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A crosstab query in Microsoft Access is a special type of query that can be created when you want to describe one numerical quantity in terms of two other fields. For example, suppose you have a table that contains the sales figures of your entire inventory for the whole year, and you want to know how much money was made per product during each month of the year. This would be a perfect opportunity to construct a crosstab query to display the information.
Although the creation of this type of query is similar in nature to the simple queries we discussed in a previous tutorial, there are some notable differences which we’ll describe in the following steps.
Creating a Crosstab Query in Access 2007
Step 1: Open the database that contains the table or query from which you want to construct the crosstab query.
Step 2: Click on the Query Wizard button located within the Create tab on the Access ribbon. (Click any image for a larger view.)
Step 3: Select Crosstab Query Wizard and then click OK to continue.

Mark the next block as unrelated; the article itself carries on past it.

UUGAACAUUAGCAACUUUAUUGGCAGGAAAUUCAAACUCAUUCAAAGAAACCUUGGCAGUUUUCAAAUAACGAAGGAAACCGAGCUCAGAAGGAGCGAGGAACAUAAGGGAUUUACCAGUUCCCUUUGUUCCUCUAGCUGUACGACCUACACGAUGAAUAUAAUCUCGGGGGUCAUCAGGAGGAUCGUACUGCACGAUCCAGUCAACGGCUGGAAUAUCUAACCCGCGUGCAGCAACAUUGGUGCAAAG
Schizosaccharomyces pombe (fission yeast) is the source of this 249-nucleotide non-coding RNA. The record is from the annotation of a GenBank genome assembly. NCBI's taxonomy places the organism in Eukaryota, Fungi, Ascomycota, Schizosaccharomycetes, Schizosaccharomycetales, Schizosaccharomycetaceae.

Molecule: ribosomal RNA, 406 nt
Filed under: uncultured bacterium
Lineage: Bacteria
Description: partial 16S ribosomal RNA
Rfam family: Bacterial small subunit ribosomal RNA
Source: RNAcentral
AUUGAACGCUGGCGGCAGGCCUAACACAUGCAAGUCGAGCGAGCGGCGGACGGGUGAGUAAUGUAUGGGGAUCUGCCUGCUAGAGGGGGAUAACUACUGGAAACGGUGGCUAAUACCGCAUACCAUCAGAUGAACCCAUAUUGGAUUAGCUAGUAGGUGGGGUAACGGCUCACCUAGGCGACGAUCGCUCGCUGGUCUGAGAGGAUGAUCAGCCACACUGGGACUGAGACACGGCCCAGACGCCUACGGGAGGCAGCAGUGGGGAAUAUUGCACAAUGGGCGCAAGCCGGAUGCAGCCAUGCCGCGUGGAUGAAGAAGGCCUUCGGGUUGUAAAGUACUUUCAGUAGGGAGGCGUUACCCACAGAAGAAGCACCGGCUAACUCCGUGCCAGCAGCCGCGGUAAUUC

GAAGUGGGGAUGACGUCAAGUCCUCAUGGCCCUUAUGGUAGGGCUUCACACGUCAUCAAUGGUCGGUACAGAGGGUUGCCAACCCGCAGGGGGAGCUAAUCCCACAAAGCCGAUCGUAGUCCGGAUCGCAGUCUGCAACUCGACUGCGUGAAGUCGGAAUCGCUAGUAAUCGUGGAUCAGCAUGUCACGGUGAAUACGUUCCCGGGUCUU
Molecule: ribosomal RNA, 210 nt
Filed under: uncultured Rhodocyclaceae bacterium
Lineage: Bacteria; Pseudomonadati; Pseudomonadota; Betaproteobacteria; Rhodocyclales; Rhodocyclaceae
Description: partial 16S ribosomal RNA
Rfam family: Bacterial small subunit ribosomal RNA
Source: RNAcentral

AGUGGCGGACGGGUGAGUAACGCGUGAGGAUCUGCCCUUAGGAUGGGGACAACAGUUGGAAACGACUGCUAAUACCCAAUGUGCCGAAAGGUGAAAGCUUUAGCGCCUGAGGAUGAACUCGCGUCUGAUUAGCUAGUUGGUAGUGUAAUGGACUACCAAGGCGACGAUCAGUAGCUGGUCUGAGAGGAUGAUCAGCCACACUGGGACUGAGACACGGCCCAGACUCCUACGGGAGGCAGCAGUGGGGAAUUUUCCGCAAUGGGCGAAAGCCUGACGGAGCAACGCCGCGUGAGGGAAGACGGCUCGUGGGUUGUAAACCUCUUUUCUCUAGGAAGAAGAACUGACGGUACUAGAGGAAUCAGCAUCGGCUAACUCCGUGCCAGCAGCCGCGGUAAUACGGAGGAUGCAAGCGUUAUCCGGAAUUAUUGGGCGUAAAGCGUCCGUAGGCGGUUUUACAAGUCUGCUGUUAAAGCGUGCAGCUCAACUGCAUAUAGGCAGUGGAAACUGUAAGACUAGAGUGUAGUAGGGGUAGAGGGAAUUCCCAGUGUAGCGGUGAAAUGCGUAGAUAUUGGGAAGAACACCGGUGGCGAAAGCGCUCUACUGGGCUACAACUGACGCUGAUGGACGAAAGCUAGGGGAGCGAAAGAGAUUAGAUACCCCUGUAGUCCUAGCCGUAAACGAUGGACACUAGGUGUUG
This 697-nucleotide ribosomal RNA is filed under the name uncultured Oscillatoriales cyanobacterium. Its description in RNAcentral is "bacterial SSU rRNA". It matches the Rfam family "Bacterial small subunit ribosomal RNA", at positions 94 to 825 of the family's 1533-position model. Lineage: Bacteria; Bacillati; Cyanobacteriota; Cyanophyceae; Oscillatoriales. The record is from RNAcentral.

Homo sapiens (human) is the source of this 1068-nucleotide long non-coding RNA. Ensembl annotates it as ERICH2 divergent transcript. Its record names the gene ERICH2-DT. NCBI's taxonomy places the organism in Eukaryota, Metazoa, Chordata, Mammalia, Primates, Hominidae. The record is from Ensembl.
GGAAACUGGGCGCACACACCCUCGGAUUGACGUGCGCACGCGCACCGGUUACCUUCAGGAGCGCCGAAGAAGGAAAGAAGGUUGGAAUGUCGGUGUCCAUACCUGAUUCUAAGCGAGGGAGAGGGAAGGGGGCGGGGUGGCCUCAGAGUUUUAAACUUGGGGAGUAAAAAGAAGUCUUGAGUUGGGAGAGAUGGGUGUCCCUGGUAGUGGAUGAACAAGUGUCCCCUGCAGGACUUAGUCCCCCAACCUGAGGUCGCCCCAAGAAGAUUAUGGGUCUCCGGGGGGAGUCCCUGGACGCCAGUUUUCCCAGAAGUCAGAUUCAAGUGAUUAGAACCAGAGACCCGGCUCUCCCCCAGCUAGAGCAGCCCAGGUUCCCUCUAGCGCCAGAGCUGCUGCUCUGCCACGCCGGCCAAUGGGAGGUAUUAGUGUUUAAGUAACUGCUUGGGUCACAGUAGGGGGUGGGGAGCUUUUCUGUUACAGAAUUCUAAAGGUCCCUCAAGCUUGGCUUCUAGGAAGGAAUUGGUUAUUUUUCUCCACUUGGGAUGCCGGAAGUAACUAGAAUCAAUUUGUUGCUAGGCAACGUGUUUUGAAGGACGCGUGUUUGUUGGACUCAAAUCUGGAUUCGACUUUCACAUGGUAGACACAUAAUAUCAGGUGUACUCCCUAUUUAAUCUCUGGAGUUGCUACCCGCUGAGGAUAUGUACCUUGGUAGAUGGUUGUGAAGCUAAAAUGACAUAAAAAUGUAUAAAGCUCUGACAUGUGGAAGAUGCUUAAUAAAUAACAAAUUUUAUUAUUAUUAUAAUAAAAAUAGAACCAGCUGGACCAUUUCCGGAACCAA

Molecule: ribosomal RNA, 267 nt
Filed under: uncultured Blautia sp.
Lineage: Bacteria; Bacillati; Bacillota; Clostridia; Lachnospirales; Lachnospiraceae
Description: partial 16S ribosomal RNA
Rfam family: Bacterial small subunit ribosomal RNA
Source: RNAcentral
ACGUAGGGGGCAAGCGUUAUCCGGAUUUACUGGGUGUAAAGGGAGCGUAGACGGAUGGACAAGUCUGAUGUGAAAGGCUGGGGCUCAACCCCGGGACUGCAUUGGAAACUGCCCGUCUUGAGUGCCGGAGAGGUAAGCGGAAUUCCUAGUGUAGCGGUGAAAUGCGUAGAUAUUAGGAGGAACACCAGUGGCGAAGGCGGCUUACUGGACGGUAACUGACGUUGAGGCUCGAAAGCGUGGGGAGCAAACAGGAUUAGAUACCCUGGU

Step 4: In the first window of the Crosstab Query Wizard, select the table or query from which you want to build your crosstab query.
Note that if you click on the radio button next to Tables under View, only tables will be shown as options in the list of objects from which to choose. The same is true if you select Queries. If you want all tables and queries to be listed, click the radio button next to Both.
Click Next to continue.
Step 5: Select which fields you would like to use as row headings. You can select up to three fields here as opposed to column headings where you can only make one selection. This is a good thing to keep in mind when you’re trying to decide which fields to represent as rows and which to use as column headers. Click Next to continue.
Step 6: Pick the field that you want to use for column headers. Click Next to continue.
Step 7: Choose the field that you want to use as the basis for the calculated values that will appear in the query from the list of Fields. Once you have chosen a field, a list of valid Functions associated with that field will appear. Select the function that you want to use to analyze your data.
If you want the crosstab query to include summary rows, put a check in the appropriate box in this window. Click Next to continue.
Step 8: Either type in a name or accept the default name assigned by Access for the newly created query. Click the Finish button to continue.
The query will now be visible in the main Access viewing window.
For more tips and tutorials, browse through Bright Hub’s library of Microsoft Access user guides. Among these items, find articles on how to import Excel spreadsheets into Access, understanding data types, and how to design a form from scratch. Additional guides are added on a regular basis, so keep checking back.